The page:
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  • Two Themes for 2011: Health & Acceptance

    One blog I read regularly is Gretchen Rubin’s The Happiness Project, and recently she suggested choosing one word to set the tone for the new year. I immediately liked the idea, but I couldn’t really separate the two themes I’ve chosen for 2011: Health and Acceptance.

    Health, because I’m approaching 40, and I can feel myself getting older. The last ten years or so, I’ve been focused a lot outside myself – on my career, on my fertility (I had two miscarriages), being a mom, getting financially secure . . . the list goes on.

    I haven’t totally neglected myself, and this blog is proof of that. I wouldn’t blog if I didn’t enjoy it!

    But.

    I sense that this is the time to really start focusing on taking care of my health, to ward off any problems before they start. I need to exercise more, eat healthier, and lose some weight – these simple yet not-so-simple tasks will be at the top of my to do list.

    Acceptance, because a big obstacle for me in improving my health is a failure to accept myself. I was taught, as I was growing up, to always look for ways to improve. A noble message, but what I heard was, It’s not good enough. And nowhere has that message affected me more than the way I perceive myself. So in order to improve my health in a meaningful way, I also have to learn to accept myself more fully.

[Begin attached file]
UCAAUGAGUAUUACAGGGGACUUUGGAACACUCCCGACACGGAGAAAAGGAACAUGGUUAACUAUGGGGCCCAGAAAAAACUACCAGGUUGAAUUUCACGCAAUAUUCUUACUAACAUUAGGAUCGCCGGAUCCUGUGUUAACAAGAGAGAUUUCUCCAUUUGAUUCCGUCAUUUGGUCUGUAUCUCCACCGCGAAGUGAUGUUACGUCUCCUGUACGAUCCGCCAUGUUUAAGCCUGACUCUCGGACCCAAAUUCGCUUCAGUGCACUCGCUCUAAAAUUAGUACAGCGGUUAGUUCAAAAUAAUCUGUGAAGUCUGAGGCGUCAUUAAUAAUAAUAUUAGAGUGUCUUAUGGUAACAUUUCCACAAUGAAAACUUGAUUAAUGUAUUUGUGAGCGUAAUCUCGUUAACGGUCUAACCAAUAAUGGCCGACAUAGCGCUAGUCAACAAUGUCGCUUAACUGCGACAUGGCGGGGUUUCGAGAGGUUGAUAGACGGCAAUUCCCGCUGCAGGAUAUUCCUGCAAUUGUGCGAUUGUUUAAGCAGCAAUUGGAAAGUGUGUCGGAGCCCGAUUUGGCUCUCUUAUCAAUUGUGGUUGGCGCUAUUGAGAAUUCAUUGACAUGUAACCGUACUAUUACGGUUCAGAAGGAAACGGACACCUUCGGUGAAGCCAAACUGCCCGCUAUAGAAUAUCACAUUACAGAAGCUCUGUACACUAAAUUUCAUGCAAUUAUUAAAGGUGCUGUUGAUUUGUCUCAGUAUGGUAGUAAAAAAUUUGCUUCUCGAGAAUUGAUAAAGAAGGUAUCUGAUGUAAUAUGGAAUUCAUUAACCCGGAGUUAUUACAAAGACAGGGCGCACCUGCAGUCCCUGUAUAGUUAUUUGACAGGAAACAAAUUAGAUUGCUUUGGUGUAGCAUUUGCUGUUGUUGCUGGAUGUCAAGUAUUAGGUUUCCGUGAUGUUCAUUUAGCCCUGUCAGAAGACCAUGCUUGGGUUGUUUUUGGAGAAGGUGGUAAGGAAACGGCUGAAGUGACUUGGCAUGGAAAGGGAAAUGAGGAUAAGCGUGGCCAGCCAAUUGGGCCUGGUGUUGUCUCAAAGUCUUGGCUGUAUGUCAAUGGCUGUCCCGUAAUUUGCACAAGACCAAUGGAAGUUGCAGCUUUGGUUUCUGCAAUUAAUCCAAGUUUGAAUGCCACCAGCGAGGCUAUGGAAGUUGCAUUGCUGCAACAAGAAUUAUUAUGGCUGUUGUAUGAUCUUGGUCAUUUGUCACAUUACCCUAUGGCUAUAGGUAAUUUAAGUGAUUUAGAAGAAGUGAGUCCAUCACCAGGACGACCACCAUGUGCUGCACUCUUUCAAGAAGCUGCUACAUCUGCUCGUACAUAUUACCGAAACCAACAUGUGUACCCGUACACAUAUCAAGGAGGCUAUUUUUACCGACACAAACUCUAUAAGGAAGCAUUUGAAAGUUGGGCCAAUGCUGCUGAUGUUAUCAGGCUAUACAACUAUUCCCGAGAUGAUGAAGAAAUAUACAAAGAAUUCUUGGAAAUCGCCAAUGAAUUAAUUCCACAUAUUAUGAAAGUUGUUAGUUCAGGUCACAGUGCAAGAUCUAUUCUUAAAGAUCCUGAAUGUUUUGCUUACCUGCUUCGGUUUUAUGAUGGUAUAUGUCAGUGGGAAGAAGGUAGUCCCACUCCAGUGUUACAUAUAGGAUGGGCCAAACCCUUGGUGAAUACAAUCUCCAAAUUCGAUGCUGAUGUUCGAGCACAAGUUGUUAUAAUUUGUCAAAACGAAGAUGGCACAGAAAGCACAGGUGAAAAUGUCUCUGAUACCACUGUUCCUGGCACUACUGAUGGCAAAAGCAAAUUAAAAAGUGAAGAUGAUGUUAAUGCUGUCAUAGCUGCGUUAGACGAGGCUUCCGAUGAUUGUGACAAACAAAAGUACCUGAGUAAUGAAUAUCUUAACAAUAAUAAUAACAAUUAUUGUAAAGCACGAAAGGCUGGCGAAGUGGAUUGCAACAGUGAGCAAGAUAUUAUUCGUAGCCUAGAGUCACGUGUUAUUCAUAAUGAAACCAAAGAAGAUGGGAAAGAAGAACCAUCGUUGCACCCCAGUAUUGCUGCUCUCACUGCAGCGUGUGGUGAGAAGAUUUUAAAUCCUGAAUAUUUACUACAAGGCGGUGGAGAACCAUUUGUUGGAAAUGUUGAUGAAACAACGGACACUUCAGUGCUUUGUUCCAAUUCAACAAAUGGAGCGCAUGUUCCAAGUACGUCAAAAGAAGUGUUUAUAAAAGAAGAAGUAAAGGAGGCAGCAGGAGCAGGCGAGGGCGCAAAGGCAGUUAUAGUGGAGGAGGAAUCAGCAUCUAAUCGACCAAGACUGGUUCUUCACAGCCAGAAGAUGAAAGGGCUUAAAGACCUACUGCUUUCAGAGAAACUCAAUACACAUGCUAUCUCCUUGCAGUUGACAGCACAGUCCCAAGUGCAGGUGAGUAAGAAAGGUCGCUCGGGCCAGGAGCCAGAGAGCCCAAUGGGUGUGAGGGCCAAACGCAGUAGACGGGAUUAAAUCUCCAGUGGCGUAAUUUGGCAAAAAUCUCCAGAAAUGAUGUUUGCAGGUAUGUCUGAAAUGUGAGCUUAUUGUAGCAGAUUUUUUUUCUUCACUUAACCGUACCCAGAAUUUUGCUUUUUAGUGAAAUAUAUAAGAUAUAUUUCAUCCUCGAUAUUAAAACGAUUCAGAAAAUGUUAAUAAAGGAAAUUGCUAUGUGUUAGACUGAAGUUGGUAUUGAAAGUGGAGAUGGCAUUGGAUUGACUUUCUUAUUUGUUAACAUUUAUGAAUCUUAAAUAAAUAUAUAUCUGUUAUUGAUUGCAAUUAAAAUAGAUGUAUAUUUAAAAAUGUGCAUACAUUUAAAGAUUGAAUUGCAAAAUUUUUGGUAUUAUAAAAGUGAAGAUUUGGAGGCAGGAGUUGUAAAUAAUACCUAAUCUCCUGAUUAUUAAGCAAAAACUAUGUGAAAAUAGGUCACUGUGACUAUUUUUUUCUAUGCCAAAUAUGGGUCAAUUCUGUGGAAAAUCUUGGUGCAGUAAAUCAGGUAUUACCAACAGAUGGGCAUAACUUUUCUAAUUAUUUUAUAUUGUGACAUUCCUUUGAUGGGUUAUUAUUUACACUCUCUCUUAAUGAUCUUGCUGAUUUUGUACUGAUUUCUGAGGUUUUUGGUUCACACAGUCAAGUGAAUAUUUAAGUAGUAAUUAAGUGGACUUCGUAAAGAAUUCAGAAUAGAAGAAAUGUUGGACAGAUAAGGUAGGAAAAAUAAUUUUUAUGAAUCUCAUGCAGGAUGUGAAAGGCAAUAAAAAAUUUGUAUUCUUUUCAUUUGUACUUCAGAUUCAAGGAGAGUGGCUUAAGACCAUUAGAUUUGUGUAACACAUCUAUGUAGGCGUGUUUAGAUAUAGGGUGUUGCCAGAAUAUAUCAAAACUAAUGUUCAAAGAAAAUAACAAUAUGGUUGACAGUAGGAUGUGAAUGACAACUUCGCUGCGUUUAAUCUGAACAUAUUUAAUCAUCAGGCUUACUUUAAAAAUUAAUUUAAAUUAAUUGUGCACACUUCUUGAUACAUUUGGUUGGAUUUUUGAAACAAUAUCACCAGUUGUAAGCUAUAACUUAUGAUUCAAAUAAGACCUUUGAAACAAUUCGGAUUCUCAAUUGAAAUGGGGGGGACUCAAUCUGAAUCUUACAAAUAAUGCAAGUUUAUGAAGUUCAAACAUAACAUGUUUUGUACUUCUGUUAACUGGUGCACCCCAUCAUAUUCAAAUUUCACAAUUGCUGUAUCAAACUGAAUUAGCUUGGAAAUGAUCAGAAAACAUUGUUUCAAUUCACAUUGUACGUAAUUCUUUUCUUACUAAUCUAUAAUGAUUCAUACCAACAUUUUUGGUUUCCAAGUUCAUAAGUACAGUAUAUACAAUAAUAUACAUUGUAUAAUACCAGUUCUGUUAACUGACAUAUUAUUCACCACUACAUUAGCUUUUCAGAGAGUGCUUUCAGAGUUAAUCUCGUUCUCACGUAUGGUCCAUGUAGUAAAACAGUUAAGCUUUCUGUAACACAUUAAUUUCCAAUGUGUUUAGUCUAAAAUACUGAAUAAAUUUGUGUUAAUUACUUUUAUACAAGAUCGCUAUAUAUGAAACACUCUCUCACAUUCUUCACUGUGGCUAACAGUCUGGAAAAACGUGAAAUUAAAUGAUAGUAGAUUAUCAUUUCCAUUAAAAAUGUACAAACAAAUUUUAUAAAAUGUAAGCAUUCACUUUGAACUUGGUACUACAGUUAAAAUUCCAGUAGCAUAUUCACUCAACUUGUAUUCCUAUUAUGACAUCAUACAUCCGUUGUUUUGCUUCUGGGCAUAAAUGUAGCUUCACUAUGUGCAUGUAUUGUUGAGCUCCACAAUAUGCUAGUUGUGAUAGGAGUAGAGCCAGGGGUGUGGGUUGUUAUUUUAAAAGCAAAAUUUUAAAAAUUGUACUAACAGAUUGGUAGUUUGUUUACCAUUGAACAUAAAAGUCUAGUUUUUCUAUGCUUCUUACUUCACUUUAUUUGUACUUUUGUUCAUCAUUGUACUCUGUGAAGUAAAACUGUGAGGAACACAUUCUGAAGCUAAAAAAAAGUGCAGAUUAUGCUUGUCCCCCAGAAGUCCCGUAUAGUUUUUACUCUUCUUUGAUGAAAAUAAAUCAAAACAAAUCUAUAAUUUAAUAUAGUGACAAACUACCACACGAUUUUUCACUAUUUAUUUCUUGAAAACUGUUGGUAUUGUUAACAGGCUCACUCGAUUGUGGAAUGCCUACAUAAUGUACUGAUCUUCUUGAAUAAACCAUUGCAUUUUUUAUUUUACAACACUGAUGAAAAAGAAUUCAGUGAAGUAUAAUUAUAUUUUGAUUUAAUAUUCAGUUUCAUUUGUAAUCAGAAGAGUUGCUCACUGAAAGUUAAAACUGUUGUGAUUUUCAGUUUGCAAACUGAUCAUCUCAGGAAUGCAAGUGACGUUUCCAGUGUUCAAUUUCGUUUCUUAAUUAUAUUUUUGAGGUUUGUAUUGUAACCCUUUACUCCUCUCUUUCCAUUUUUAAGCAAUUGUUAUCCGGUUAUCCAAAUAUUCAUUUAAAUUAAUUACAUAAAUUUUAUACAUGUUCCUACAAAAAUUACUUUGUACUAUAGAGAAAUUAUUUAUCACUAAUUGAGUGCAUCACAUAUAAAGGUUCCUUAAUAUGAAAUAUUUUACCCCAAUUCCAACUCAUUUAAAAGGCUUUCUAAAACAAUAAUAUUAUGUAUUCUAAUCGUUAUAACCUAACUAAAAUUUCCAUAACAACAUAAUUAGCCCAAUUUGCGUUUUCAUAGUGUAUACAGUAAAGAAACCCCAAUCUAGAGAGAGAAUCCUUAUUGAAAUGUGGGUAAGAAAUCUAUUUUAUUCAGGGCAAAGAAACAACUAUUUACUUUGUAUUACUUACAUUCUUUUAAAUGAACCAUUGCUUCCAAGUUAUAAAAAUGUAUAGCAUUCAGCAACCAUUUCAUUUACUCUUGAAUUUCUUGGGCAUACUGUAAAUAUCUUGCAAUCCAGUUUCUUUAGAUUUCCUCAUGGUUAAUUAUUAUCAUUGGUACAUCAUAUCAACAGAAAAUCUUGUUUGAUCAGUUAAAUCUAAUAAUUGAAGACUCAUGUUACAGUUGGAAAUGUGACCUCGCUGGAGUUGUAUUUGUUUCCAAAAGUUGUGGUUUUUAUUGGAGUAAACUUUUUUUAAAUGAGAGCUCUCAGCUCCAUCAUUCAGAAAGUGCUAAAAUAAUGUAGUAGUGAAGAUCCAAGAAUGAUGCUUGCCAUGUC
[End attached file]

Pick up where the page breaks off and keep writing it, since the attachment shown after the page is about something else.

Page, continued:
Of course, being healthier myself has a trickle-down effect on the family since everyone will end up eating healthier if I cook healthier foods. Plus I’ll set a good example for the kids by exercising regularly and taking care of myself.

    Since my health will be my top priority, I’ll be blogging about it here. Let’s share tips and encourage each other to take care of ourselves in 2011.

    And that way 2012 will be even better :)

    Update on my New Year’s Resolution: End of August

    Back in January, I shared my financial resolution for this year, which was to save a crazy amount of money to create a large cash cushion. I promised a monthly update, and as of last month, we had saved 49% of our goal for the year. But since we are losing my income (which is actually a good thing!), this will be the last update in this series. As of the end of August, we are at 58% of our goal.